The results show that 49.4% of infants involved in the study were taken during their first months of life to the health care institution, and 50.2% did not visit any health institution. 89.7% of those who visited health care institutions was as an outpatient, and only 9.8% of them were admitted to hospital. Correlation between the month of starting complementary and health institution visit showed -.002 Pearson correlation with 0.975 2-tailed p test. A most common condition is cough/ wheeze of almost 24%, diarrhoea 15.8%, constipation 10.8 and abdominal pain or distention 10.8% (Figure 7).
Exclusive breast feeding considered as an essential practice to maintain good health status among infants. Oman is one of the recognized countries which supports this initiative and discourage early complementary feeding before six months. However, despite this national initiative and effort, early complementary feeding is still practised largely in the country. The finding of this study agreed that early complementary feeding still practised by some mothers. Which is in line with previous researches around the world and Gulf countries [7,9,12,13] the study findings reveal that around 67.5% of infants were kept on complementary feeding before six months. Interestingly 82% of mothers who participated in the study were aware of the correct age to start complementary feeding, which is six months. The causative factors of starting early food based on mother are; mothers felt that they do not have enough breast milk (37%), a vigorous cry of the baby and (33%). One of the significant factors is the working mother of 30%. Elder people in the family, mainly grandmothers and mother had a major influence in the decision to start complementary feeding of about 30%. Interestingly, some mothers state that the decision to stop exclusive breastfeeding was by made by themselves and their spouse and not a decision of other family members or friends. Although many started early complementary feeding, only 10% of the infants got admission to hospital for different health conditions, including respiratory and gastrointestinal conditions. The majority were admitted due to chest wheeze and cough, followed by diarrhoea. The data showed no relationship between early complementary feeding and hospital admissions. The present study has a strength that it is the first study of its own in Oman to explore factors related to early complementary feeding. It has some possible limitations, including the descriptive nature of the study and the difficulty to establish a cause and effect relationship. Also, the results are data reported by participants retrospectively, which may give a chance for a bias of recall. However, the data were collected when infants were around the timing of starting the complementary feeding. In addition, this study adopted the WHO recommendation of complementary feeding timing which defines it as the introduction of complementary feeding before six months. Hence, the findings of this study are exclusive to the population with similar cultural context.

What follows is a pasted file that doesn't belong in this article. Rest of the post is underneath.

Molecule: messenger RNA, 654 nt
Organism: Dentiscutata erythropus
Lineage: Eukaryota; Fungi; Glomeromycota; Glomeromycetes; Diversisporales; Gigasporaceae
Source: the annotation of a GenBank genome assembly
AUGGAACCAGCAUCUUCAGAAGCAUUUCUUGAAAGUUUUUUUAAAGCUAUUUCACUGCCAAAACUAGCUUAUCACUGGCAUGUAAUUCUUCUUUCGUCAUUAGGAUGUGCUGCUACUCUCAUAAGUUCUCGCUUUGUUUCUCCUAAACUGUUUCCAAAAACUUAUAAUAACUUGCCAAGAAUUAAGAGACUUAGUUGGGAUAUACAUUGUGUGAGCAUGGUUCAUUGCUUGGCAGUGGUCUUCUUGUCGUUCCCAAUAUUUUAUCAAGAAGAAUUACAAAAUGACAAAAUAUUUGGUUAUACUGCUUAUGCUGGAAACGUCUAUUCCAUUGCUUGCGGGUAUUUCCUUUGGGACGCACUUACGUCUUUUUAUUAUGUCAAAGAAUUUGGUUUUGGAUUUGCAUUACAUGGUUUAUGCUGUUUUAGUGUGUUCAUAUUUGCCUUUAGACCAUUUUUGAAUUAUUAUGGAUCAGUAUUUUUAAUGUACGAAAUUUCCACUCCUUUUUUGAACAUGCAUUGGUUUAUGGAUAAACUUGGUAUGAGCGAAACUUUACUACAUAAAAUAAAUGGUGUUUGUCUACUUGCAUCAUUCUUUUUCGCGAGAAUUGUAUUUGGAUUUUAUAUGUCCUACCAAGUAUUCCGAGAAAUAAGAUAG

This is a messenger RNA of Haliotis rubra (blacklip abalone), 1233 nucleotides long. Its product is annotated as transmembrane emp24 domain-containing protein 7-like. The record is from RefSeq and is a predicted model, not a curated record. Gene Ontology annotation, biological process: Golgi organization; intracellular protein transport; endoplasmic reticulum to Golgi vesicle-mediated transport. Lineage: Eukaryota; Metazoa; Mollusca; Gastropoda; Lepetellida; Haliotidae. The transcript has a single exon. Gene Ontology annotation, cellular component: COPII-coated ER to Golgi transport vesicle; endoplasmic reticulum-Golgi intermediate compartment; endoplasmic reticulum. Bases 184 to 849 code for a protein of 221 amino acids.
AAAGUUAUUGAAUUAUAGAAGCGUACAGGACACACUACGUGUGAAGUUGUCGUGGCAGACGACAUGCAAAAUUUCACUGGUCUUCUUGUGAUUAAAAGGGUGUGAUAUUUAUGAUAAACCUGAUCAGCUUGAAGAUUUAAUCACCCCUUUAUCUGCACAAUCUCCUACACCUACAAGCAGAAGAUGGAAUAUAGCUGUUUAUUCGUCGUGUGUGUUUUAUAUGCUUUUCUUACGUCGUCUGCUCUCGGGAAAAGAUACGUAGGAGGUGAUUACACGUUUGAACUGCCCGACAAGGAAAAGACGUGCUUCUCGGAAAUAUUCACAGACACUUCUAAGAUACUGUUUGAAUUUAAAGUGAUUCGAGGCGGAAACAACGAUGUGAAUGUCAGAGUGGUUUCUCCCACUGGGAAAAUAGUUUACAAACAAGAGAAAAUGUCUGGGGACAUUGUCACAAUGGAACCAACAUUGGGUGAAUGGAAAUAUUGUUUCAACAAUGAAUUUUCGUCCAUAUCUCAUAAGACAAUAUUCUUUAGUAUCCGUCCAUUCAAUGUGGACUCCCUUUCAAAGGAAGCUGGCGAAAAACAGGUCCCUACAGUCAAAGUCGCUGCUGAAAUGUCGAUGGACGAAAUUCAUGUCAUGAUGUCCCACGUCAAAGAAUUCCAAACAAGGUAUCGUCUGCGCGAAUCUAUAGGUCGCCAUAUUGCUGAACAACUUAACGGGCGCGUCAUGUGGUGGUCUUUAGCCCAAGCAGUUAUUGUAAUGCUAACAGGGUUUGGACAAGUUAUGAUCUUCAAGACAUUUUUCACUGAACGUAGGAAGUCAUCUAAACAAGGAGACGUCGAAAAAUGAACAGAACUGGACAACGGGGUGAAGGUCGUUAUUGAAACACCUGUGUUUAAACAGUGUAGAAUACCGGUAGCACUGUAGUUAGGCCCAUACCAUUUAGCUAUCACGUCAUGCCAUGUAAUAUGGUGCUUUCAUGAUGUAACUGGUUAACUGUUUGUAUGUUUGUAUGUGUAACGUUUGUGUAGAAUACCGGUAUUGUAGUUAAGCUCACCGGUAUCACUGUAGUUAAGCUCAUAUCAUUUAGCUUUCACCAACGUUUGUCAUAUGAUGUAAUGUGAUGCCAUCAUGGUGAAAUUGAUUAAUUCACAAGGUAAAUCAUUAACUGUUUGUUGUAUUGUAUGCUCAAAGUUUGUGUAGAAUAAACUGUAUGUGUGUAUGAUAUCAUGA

In conclusion, exclusive breastfeeding until six months of age in Oman faces social and behavioural challenges. At the reallife, parents are influenced by their community, families and friends. The factor within Oman is working mother, inability to calm child cry and believes that child is hungry despite the breastfeed. The work of the mother and her absence from home constitute a pressure on her to replace breast milk with manufactured milk. Health awareness of managing child cry and signs of child hunger push some parents to add manufactured food to calm their child. Current health promotion needs to consider the cultural and social factors. Working mothers need to be supported with possible policies to allow them for enough time to breast their children. The study also identified there is no significant relationship between complementary-fed infant and commonly reported disease. Future studies in this could provide more evidence.
A better strategy to educate the mother of managing child cry as well as learning lactation stimulators and good nutrition can contribute to mother confidence and prevent early complementary feeding. Hence, MOH institutions should be more specific in health education and focus on these two health education needs.
To Dean of HIHS, Dr. Manal Al zadjali for her adminstration support .